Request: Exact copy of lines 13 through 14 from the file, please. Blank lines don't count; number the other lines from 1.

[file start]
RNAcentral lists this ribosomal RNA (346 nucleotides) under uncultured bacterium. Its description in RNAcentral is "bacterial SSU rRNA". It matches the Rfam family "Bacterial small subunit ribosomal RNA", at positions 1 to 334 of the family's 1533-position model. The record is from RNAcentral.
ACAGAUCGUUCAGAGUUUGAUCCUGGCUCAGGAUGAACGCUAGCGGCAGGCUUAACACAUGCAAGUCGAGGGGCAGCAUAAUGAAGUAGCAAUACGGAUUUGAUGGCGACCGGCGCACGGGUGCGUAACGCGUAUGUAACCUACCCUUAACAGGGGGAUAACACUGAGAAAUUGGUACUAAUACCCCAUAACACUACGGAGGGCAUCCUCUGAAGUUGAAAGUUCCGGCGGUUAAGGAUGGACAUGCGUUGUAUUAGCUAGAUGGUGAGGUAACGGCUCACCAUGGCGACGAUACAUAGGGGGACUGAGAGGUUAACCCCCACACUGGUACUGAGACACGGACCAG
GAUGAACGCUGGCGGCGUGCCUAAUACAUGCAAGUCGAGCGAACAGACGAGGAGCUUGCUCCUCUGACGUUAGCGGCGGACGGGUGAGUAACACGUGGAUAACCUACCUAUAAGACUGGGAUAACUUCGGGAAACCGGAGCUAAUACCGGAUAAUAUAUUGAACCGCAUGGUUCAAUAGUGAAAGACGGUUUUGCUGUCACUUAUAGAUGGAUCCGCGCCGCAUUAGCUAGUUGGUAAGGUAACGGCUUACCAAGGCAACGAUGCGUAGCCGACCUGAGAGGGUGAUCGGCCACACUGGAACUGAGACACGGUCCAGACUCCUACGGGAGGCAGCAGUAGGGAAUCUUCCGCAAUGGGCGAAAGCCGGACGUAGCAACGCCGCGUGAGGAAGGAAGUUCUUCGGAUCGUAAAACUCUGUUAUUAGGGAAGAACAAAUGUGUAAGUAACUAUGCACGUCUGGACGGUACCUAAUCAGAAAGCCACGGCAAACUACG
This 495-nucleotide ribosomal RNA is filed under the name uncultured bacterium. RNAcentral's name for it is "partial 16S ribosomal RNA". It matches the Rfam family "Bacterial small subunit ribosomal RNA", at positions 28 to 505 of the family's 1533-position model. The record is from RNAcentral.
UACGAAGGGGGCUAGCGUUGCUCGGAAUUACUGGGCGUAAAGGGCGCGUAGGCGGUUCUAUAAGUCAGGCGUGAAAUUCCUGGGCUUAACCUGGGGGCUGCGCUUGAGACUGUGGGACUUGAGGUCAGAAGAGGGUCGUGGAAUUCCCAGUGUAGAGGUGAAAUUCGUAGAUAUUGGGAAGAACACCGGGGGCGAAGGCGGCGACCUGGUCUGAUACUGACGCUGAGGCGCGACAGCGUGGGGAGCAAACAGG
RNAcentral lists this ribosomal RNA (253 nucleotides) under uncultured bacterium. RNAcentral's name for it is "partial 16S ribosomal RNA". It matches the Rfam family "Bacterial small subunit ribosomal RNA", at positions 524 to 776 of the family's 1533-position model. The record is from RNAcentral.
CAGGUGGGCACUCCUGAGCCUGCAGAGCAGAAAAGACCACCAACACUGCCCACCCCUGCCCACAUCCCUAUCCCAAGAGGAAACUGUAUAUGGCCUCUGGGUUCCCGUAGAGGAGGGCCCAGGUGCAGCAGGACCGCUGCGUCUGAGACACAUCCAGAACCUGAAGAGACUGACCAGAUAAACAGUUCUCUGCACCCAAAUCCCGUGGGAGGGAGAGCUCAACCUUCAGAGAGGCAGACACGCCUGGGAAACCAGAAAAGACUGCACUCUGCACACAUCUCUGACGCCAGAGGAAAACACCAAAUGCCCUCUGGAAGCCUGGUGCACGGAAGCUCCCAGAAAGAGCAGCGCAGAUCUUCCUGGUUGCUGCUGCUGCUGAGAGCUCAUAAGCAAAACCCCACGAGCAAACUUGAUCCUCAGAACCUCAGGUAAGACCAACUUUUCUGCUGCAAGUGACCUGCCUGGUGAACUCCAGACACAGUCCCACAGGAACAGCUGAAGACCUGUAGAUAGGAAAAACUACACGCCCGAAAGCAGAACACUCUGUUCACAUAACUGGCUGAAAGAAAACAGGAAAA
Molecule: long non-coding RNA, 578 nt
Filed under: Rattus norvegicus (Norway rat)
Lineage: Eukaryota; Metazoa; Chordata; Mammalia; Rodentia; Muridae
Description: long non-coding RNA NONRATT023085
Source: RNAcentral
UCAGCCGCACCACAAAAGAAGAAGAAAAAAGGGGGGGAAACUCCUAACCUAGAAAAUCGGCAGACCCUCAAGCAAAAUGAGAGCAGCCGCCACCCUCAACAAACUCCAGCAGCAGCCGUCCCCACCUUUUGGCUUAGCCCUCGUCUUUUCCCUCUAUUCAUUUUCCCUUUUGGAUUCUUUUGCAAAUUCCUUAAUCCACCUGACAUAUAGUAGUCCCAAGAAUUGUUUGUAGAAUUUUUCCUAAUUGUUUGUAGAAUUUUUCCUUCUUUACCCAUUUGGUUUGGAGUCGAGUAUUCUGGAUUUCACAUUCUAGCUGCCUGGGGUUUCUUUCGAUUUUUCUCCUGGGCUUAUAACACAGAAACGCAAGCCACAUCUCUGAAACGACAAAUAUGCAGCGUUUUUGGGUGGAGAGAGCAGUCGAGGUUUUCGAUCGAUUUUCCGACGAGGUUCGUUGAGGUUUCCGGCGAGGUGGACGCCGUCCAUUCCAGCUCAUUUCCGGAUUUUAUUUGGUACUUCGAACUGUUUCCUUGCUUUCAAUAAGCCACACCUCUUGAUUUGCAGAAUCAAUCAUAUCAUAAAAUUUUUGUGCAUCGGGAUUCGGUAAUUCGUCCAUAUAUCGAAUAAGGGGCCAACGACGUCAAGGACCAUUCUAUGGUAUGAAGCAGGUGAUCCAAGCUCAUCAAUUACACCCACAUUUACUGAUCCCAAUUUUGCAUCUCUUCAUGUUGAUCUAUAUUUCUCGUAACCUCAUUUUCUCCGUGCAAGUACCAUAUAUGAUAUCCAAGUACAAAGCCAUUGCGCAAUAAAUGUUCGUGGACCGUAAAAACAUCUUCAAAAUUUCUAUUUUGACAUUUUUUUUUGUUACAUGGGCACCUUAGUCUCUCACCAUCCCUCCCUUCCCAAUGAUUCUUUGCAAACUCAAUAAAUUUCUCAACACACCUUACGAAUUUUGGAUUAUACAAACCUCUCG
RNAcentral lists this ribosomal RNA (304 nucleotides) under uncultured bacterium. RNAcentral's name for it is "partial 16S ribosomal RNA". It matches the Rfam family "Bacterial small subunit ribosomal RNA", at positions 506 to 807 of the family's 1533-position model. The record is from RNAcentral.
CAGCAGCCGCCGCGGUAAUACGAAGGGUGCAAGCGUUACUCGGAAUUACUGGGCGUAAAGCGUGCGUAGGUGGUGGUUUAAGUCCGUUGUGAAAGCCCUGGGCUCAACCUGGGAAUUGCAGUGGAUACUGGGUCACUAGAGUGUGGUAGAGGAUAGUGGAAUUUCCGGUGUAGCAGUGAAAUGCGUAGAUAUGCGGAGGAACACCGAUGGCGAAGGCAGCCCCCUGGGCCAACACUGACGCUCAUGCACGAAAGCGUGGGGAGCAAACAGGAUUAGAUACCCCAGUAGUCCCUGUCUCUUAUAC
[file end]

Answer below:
UCAGCCGCACCACAAAAGAAGAAGAAAAAAGGGGGGGAAACUCCUAACCUAGAAAAUCGGCAGACCCUCAAGCAAAAUGAGAGCAGCCGCCACCCUCAACAAACUCCAGCAGCAGCCGUCCCCACCUUUUGGCUUAGCCCUCGUCUUUUCCCUCUAUUCAUUUUCCCUUUUGGAUUCUUUUGCAAAUUCCUUAAUCCACCUGACAUAUAGUAGUCCCAAGAAUUGUUUGUAGAAUUUUUCCUAAUUGUUUGUAGAAUUUUUCCUUCUUUACCCAUUUGGUUUGGAGUCGAGUAUUCUGGAUUUCACAUUCUAGCUGCCUGGGGUUUCUUUCGAUUUUUCUCCUGGGCUUAUAACACAGAAACGCAAGCCACAUCUCUGAAACGACAAAUAUGCAGCGUUUUUGGGUGGAGAGAGCAGUCGAGGUUUUCGAUCGAUUUUCCGACGAGGUUCGUUGAGGUUUCCGGCGAGGUGGACGCCGUCCAUUCCAGCUCAUUUCCGGAUUUUAUUUGGUACUUCGAACUGUUUCCUUGCUUUCAAUAAGCCACACCUCUUGAUUUGCAGAAUCAAUCAUAUCAUAAAAUUUUUGUGCAUCGGGAUUCGGUAAUUCGUCCAUAUAUCGAAUAAGGGGCCAACGACGUCAAGGACCAUUCUAUGGUAUGAAGCAGGUGAUCCAAGCUCAUCAAUUACACCCACAUUUACUGAUCCCAAUUUUGCAUCUCUUCAUGUUGAUCUAUAUUUCUCGUAACCUCAUUUUCUCCGUGCAAGUACCAUAUAUGAUAUCCAAGUACAAAGCCAUUGCGCAAUAAAUGUUCGUGGACCGUAAAAACAUCUUCAAAAUUUCUAUUUUGACAUUUUUUUUUGUUACAUGGGCACCUUAGUCUCUCACCAUCCCUCCCUUCCCAAUGAUUCUUUGCAAACUCAAUAAAUUUCUCAACACACCUUACGAAUUUUGGAUUAUACAAACCUCUCG
RNAcentral lists this ribosomal RNA (304 nucleotides) under uncultured bacterium. RNAcentral's name for it is "partial 16S ribosomal RNA". It matches the Rfam family "Bacterial small subunit ribosomal RNA", at positions 506 to 807 of the family's 1533-position model. The record is from RNAcentral.